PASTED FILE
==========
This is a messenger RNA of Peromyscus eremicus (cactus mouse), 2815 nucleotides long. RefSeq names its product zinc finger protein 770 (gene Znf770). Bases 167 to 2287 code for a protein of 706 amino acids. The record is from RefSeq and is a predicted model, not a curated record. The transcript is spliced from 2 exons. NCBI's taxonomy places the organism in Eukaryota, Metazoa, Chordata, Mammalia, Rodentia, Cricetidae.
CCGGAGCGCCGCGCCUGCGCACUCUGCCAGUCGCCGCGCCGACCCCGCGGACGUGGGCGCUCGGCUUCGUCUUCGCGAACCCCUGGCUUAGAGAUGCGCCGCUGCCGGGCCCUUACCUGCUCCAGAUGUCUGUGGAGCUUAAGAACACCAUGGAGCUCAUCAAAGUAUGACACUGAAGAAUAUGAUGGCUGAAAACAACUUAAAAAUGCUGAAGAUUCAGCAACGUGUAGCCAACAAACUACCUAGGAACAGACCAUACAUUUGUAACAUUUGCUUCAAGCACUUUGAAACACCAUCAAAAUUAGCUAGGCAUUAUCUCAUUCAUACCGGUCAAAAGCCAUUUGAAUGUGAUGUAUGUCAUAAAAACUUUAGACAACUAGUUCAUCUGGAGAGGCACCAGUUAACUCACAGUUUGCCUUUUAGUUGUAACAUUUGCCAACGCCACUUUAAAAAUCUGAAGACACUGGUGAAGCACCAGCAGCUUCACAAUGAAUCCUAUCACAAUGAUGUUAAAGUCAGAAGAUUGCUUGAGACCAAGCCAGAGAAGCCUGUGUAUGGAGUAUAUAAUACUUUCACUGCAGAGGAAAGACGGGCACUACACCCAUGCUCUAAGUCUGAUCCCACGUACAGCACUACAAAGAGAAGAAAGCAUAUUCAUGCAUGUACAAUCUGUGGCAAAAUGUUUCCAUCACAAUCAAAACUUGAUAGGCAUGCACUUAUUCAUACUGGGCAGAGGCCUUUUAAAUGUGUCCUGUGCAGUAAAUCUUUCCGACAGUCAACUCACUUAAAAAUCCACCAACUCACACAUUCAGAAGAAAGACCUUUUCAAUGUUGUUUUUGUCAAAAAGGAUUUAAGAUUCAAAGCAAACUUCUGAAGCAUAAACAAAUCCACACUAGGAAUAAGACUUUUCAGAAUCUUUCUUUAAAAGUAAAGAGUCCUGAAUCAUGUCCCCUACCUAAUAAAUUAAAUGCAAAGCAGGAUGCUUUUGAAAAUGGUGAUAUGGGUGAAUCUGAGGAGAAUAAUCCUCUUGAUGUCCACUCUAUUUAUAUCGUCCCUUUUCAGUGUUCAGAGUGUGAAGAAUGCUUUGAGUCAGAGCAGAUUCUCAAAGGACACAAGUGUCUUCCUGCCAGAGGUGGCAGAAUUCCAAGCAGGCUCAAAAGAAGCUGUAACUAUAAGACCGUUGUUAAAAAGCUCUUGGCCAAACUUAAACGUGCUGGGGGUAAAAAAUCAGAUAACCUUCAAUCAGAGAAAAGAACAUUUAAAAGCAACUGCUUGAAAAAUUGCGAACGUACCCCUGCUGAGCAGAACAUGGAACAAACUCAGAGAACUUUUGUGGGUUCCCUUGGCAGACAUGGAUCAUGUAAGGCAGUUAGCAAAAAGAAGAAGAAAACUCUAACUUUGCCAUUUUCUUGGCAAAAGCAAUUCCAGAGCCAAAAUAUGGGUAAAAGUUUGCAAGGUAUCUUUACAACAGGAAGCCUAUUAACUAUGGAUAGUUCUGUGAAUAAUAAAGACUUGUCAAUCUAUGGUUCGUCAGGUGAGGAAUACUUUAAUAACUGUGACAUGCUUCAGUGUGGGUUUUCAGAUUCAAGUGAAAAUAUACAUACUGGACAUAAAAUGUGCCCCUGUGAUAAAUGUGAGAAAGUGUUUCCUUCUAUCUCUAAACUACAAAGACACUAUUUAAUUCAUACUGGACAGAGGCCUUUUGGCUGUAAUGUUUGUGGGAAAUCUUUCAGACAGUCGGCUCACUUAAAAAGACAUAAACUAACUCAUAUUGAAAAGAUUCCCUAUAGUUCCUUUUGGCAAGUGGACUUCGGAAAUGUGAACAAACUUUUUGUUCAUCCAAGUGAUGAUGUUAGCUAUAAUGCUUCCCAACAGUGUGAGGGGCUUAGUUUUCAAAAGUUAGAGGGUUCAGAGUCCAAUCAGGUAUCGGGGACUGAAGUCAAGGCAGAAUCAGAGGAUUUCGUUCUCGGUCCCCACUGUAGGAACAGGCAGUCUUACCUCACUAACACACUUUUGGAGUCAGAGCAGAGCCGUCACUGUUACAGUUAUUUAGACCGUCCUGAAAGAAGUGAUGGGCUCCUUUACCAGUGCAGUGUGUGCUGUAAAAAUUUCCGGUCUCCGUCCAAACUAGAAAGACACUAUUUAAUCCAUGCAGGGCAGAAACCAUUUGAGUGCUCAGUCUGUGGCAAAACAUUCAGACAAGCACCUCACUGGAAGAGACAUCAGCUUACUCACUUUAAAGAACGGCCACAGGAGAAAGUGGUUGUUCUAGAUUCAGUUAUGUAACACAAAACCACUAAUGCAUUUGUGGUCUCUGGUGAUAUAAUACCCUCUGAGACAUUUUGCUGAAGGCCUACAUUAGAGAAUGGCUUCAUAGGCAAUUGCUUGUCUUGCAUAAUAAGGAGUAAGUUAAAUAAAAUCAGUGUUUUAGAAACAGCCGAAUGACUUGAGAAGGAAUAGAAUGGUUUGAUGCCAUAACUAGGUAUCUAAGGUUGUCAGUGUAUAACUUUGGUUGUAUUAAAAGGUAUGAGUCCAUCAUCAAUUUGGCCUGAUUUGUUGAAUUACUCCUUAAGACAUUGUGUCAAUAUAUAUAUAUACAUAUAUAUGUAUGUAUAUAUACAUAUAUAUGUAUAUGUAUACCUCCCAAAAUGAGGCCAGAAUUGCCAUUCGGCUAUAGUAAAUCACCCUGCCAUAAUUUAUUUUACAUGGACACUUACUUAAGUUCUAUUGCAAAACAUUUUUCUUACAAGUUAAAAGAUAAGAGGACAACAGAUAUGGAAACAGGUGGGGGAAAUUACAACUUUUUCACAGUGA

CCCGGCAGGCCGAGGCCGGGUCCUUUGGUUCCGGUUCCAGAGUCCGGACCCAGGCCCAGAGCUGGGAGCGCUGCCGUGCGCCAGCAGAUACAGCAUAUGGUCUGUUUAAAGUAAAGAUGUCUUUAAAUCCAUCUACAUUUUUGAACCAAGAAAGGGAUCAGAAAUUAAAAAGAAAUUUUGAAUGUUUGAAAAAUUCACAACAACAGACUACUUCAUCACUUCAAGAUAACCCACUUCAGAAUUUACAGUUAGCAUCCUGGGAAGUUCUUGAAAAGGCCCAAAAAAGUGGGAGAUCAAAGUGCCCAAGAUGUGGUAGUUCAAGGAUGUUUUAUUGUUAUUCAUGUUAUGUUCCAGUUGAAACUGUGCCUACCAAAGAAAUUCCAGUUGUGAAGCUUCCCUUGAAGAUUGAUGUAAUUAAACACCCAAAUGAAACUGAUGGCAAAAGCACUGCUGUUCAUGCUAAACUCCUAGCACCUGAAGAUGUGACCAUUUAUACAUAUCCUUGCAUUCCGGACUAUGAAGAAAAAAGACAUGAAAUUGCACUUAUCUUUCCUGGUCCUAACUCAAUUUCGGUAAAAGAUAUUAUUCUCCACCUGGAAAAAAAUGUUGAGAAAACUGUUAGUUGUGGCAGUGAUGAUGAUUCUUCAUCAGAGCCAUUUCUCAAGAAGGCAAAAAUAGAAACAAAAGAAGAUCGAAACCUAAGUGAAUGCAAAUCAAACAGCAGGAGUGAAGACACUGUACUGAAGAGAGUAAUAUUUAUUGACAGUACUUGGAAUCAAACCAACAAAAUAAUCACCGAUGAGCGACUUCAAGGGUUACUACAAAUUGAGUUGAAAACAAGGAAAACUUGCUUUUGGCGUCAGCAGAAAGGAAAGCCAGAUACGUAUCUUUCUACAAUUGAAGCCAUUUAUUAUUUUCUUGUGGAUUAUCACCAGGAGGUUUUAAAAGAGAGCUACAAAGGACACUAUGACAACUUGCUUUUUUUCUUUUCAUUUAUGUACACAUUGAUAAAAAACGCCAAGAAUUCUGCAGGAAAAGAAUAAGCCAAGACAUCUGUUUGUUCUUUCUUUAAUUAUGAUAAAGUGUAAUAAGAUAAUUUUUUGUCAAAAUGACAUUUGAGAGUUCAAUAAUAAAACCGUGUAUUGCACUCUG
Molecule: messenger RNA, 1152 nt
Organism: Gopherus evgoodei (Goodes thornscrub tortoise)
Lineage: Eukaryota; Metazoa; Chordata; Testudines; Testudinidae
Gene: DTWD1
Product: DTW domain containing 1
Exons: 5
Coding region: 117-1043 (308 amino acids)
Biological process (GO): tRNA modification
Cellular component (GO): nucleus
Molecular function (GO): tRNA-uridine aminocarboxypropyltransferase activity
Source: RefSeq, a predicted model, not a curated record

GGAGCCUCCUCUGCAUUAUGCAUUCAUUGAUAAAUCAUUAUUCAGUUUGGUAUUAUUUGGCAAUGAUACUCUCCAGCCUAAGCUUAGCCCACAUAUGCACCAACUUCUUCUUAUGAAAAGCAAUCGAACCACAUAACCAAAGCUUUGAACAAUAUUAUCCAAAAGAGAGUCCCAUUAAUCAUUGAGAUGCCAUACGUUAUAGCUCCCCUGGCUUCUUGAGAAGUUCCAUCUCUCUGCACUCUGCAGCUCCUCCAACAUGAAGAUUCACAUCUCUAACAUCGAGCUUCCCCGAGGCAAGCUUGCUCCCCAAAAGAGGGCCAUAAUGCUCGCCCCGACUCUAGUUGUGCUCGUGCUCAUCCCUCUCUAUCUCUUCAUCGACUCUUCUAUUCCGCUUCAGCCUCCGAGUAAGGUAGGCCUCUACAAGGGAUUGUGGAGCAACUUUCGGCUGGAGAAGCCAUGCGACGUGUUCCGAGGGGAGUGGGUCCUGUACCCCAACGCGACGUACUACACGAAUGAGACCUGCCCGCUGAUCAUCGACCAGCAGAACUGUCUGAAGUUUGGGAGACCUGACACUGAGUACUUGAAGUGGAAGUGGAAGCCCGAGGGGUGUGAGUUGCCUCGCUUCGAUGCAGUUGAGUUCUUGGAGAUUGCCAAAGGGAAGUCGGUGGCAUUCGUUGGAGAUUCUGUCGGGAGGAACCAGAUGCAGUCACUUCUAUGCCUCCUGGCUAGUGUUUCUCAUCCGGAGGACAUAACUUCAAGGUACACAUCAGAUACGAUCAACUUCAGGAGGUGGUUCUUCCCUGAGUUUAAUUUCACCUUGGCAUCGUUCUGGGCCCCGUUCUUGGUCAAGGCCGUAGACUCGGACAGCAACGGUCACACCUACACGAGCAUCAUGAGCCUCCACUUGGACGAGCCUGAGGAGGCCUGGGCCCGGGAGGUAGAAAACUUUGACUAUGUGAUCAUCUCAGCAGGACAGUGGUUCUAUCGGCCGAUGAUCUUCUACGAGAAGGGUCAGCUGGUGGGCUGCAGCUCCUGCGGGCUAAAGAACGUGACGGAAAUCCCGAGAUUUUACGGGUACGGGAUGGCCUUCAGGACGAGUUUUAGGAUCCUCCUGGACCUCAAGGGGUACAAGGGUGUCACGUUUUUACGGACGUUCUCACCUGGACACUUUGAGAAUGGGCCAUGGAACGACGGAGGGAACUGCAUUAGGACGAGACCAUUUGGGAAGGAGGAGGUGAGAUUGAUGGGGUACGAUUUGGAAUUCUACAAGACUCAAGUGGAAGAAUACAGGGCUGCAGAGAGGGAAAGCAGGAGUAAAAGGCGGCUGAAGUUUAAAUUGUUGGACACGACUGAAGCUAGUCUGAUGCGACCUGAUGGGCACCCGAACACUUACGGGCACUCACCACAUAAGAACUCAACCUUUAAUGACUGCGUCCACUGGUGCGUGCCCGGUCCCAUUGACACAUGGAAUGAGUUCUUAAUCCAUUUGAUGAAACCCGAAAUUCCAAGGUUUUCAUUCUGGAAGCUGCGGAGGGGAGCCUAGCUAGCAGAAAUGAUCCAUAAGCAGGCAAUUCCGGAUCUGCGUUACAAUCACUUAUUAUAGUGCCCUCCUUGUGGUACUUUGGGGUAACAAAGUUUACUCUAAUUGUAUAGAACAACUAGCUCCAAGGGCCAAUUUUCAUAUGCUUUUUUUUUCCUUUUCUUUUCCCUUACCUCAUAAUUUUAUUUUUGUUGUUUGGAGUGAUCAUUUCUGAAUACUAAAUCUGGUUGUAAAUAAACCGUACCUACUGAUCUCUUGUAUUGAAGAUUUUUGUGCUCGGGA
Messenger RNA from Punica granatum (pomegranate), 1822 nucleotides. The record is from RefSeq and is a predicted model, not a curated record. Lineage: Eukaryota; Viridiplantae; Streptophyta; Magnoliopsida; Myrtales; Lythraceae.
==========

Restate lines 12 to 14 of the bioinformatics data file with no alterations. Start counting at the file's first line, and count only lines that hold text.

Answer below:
Cellular component (GO): nucleus
Molecular function (GO): tRNA-uridine aminocarboxypropyltransferase activity
Source: RefSeq, a predicted model, not a curated record